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July 14, 2005

Pronunciation

How do you pronounce "Iraq"?  Specifically, how do you pronounce the last syllable?  Is it "Rack"  or something closer to "Rock"?  (If you pronounce the vowel like the a in "father", I'll put you on the "Rock" team -- I think that's closer to the short "o" than to the short "a".)

George W. Bush, as we know, says "Rack."  I was just thinking that people used to pronounce it differently before he became President.  Sure enough, Bill Clinton said "Rock."  Linguist Geoff Nunberg avers that "Rock" is slightly closer to the correct pronunciation (he says it's rawq).  My sense is that "Rack" is much more common in the media today, though I only rarely watch TV, so I could be wrong. 

I'm curious to see how this transition took place.  It'd be really interesting if the Fox News people switched their pronunciation to cover Bush, and the rest of the media followed suit. 

--Neil the Ethical Werewolf

July 14, 2005 in Iraq | Permalink

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Comments

Something closer to "Rock" (and a Hard Place).

Posted by: grishaxxx | Jul 14, 2005 7:10:14 AM

'-ack' is not correct. Something between '-uck' and 'ock' is really what you're going for, with more of the latter; to really get the Arabic effect, you'll want to swallow your tounge as much as you can as you say it. The 'r' is done by hitting the top of the tounge, much like Itallian 'r' (you can also think of it as rolling the r, but only such that the tounge hits once--more like a flick of the tongue). The 'I' is really not a vowel at all: say 'a' as in 'bat', but say it more like Frankenstein's monster.

Posted by: pantomimeHorse | Jul 14, 2005 7:47:24 AM

correction: the tongue hits the top of the mouth for the 'r' (not the tongue, which makes no sense).

Posted by: pantomimeHorse | Jul 14, 2005 7:49:13 AM

I have wondered the same thing about "nookyulur". If 'fans', unconsciously or not, start to talk like the people they admire. I'm thinking more of the non-famous rather than talking heads. "Bush said 'nookyulur', I believe it, that settles it." Sounds like it would be hard to study.

Posted by: James M | Jul 14, 2005 8:11:36 AM

Back in the mid-90s, Dawn French made the following joke on her show The Vicar of Dibley:

Where does Saddam Hussein keep his CDs?

In Iraq...

Get it? Iraq...a rack...well, it's a lot funnier on the show - but offered here to authenticate a pre-W pronunciation...thekeez

Posted by: Jeff Keezel | Jul 14, 2005 9:32:49 AM

If 'fans', unconsciously or not, start to talk like the people they admire.

Then you should be criticizing black leaders for their absolute butchering of the English language. Why not "axe" Jesse Jackson when his "birfday" is?

Posted by: Robert Zimmerman | Jul 14, 2005 9:33:55 AM

Robert, I get your point, but I'm not quite sure the situations are comparable. Most of the black (and white) youths who make those mistakes do it, I'd wager, because that's how their parents did it, not because that's how Jesse Jackson did it. What Neil was getting at here is the phenomenon where the general pronunciation of a word changes *because* some visible leader changes it...something akin to a spike in people saying "idears" had John Kerry or Wes Clark won the White House.

To be fair, the effects aren't totally separable. W probably grew up saying "Iraq" because his parents did. (We know, of course, that his dad probably said "Iraq" a good deal.) But it does seem like the news media report things in whatever drawl they're issued, especially where - as in the case of how to pronounce "Iraq" - they couldn't begin to guess what the actual right answer is. (I'd wager that Moammar/Muammar/Mohammar Qadaffi/Ghadaffi/Quadafi has triggered a similar effect in print media.)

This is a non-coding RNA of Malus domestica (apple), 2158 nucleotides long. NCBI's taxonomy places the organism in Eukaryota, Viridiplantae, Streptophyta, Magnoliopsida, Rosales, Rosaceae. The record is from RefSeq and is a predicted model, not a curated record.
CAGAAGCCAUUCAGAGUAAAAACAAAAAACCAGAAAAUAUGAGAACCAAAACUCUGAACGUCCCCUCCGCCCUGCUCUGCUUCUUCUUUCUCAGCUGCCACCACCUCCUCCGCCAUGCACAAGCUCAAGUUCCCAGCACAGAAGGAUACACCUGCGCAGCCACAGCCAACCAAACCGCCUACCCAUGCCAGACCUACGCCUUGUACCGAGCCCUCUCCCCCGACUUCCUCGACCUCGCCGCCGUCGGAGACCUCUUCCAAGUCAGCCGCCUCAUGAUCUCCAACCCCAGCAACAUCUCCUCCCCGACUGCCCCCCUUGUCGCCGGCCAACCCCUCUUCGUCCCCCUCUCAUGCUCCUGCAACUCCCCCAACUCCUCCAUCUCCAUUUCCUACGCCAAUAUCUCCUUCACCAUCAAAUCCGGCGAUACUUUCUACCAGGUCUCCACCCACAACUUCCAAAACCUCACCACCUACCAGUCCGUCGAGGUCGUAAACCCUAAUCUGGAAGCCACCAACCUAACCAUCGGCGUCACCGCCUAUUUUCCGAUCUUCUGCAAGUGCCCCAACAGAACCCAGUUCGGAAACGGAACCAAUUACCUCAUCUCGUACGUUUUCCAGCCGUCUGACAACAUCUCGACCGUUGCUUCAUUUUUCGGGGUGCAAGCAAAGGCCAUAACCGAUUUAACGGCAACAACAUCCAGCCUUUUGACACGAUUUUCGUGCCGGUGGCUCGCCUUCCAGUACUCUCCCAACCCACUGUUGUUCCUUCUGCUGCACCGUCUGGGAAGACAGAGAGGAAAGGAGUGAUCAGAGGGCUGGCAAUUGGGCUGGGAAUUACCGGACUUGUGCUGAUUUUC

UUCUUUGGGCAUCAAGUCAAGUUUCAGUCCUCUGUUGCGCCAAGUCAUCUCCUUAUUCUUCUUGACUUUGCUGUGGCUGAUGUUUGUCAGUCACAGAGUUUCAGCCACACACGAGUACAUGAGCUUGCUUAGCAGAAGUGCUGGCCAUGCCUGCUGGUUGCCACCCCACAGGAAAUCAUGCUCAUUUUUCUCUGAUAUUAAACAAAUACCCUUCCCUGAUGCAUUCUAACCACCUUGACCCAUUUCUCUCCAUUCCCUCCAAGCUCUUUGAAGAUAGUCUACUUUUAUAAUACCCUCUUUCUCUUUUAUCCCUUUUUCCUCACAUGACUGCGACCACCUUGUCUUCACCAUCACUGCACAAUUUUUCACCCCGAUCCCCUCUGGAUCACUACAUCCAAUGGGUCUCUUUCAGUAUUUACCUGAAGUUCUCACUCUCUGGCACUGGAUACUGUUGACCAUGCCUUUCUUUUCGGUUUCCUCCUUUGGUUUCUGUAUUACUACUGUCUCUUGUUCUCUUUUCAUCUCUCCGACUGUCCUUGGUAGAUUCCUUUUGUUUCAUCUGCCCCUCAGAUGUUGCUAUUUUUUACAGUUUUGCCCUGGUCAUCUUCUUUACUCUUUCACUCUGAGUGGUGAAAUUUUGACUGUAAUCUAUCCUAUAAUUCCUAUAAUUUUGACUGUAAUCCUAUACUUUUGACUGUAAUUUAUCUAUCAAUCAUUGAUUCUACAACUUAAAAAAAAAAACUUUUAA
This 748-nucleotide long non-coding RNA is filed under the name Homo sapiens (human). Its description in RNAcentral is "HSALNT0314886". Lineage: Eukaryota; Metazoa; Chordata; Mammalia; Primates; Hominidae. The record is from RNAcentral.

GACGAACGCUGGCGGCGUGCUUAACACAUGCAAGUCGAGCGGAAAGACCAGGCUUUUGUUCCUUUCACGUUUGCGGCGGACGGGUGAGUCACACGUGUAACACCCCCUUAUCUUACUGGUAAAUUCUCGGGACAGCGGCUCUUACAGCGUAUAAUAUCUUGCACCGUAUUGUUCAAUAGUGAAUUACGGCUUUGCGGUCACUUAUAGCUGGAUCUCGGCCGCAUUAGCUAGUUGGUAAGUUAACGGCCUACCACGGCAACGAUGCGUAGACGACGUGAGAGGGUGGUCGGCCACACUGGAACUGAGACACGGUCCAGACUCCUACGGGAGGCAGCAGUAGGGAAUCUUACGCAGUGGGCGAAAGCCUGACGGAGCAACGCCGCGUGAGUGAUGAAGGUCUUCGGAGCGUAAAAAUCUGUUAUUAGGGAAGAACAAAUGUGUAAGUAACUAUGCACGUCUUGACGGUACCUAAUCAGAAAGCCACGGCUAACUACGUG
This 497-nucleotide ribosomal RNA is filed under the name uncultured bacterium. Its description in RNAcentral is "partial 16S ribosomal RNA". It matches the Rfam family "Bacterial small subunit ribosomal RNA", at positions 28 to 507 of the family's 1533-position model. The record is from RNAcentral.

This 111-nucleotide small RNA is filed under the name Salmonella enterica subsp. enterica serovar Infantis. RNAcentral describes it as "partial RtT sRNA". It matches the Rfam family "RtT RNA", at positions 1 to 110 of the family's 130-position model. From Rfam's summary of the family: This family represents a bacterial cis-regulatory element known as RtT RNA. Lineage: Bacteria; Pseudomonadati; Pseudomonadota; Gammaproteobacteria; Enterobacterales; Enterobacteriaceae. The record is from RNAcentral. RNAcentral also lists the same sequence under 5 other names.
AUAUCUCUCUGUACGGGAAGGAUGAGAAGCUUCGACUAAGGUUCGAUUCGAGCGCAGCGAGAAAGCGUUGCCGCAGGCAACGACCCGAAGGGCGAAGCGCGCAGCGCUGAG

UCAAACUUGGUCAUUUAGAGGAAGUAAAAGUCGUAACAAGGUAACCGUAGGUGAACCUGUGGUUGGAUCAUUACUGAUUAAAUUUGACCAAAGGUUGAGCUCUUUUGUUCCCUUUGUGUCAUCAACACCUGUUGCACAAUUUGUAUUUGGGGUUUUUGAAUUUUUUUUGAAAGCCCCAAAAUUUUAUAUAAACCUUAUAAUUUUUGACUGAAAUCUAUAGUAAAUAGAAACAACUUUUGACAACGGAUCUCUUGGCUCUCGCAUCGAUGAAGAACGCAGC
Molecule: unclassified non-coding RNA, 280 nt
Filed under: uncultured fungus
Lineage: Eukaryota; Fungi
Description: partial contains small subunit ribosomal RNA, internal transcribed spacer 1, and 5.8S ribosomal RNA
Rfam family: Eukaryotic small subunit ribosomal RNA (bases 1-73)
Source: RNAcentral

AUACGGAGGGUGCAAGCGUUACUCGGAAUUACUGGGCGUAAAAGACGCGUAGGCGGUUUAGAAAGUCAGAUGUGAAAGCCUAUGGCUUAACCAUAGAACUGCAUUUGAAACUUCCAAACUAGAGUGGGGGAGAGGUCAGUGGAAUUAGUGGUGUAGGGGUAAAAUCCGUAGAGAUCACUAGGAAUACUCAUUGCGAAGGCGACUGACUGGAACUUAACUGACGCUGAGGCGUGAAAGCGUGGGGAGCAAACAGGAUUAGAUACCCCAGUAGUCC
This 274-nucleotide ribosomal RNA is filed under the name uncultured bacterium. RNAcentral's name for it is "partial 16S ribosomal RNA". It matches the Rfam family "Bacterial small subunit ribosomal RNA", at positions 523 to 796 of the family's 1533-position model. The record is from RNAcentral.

Posted by: Daniel A. Munz | Jul 14, 2005 9:50:36 AM

Speaking of the 'new-clear' / 'new-kew-lar' thing, is this a Texas thing or a New England thing? I've seen History channel footage of Kennedy saying 'new-kew-lar' and whenever I hear Bush say it, it reminds me that he's actually not a Texan but a New Englander. I've been wondering if that's a valid judgement or if folks say 'new-kew-lar' in Texas (and, also, if Kennedy just mispronounced it himself and that's not a New England thing at all).

Posted by: NonyNony | Jul 14, 2005 9:57:13 AM

Rhymes with "clusterfuck."

Posted by: diddy | Jul 14, 2005 9:57:41 AM

Remember Chevy pulling their "Like a rock" ads right after the war began?

Posted by: Matt | Jul 14, 2005 10:11:37 AM

When I graduated college, the Dean(a black man) announced the graduates. When he announced the school of 'biniss', it reverberated thru the students. I could hear all around me 'school of biniss?' and giggles from some of the girls.

------"It'd be really interesting if the Fox News people switched their pronunciation to cover Bush, and the rest of the media followed suit."

Why would other media outlets follow FoxNews? Besides the obvious desire for FoxNews like ratings, I thought most of the newspapers and TV stations were going down with the ship.

Talk radio and Fox are the only media outlets gaining in popularity. Major newspapers and broadcast news ratings are plummeting. I have noticed the MSM has circled the wagons and are staying liberally biased.

I guess one thing you can say about the liberal media, they will stay liberal till the end. They won't give the people what they want(unbiased news), they are going to push the liberal agenda, ratings and revenue be damned.

Posted by: Captain Toke | Jul 14, 2005 10:35:29 AM

I guess one thing you can say about the liberal media, they will stay liberal till the end.

Whereas, the next time a Democrat is elected and liberalism is ascendant, Rupert Murdoch will gladly hand over the keys to George Soros?

Posted by: Daniel A. Munz | Jul 14, 2005 11:15:58 AM

I've seen History channel footage of Kennedy saying 'new-kew-lar' and whenever I hear Bush say it, it reminds me that he's actually not a Texan but a New Englander.

I assumed that Kennedy got it from the "Navy" by way of his southern Navymen. "New-clee-ar" refers to physics. "Nukes"/"Nukular" refers to weapons. I think that Carter did the same thing.

Bush pronounced the word "New-clee-ar" during the 2000 campaign and switched thereafter.